Cyber Monday: How to Protect Consumers - and Your Institution - from Fraud

Economic Conditions Are Ripe for Heightened Season's Thievings
Cyber Monday: How to Protect Consumers - and Your Institution - from Fraud
The holidays are here and the "Black Friday" of the online shopping world -- "Cyber Monday" -- is December 1. The Monday after Thanksgiving is one of the biggest online shopping days of the year. According to the 2008 eHoliday Study by, cost-conscious shoppers are making their way online, and retailers expect e-commerce holiday sales to increase at least 15% over last year.

The additional financial stress consumers are shouldering this year could lead to an increase in fraud this holiday season, warns Identity Theft Resource Center's Anne Wallace. Institutions should be proactively advising their customers about the need to take extra measures to protect their personal data while shopping online.

"Consumers should be listening to their 'inner Scrooge' and be stingy giving out personal information," says ITAC's Wallace. Recent events around the country point to an increase in fraudulent activities targeting online banking customers and a dramatic increase in reports of identity theft in economically stressed areas. Consider: Fairhaven, MA, where 25 cases of identity theft were reported in the last two months compared, versus just 9 for the entire 2007. Fairhaven's police chief says the economy has a lot to do with the recent spike in identity thefts.

Wallace warns institutions to be proactive on this issue. "Times are tough right now, and the last thing consumers need is to deal with identity theft, especially during the holidays." ITAC has already helped more than 45,000 consumers recover from identity theft. ITAC's role as a nonprofit coalition of financial services companies offers identity theft recovery services.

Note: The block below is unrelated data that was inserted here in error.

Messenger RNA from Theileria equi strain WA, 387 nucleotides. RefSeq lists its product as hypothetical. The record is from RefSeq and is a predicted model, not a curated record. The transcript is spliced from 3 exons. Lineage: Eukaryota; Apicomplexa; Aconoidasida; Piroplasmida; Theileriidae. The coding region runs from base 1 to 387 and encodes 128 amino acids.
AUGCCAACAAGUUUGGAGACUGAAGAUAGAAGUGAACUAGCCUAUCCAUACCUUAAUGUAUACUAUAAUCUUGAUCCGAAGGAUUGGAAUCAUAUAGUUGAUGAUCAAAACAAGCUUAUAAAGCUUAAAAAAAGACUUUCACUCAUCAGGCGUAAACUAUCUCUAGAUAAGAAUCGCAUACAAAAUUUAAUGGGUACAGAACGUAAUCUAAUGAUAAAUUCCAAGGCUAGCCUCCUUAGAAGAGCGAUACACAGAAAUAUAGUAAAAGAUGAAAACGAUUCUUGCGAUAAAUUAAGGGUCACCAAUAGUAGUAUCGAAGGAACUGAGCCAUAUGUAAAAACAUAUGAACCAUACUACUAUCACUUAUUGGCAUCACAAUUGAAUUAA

Institutions Face Added Losses
While consumers worry about personal identity theft, financial institutions also face the added burden of fraud losses on credit and debit card transactions, as well as loss of reputation. Information security experts see cybercriminals shifting their efforts into high gear, and they expect cybercriminal activity to hit an all-time high this weekend and to remain high throughout the holiday season.

Tracking the threat during last year's holiday season, security vendor PC Tools analyzed threats to more than 500,000 computer users. It found an increase in cyber attacks beginning in mid-October, peaking the Monday after Thanksgiving. Should this pattern remain, things will be very treacherous for consumers shopping online this year. .

Three Forces Merge
The perfect storm of cybercrime and opportunity will hit the nation this holiday, says Paul Kocher, President and Chief Scientist of Cryptography Research.

"This holiday season in general will be worse than others before it because there will be three forces coming together at the same time," Kocher notes. Retailers will hold sales, meaning criminals will be looking to perpetrate fraud, and fraud will be a bigger percentage of sales. Because there are more people out of work, this will increase the number of people looking for bargains.

"With 1.2 million people laid off, they won't have the money they had before to pay," he notes. Historically in past downturns, Kocher explains, "Fraud skyrocketed when people can't buy what they want."

The third leg of the triad is that retailers will be trying to make their quarter. "So they will be more willing to accept dicey transactions, especially toward the end of the quarter, where the fraud rates won't show up until the next quarter." From December 1, Cyber Monday, Kocher estimates it will take about 45 days for any fraudulent activity to hit the cardholder's statement. This is when the institution becomes involved and the transaction gets unwound.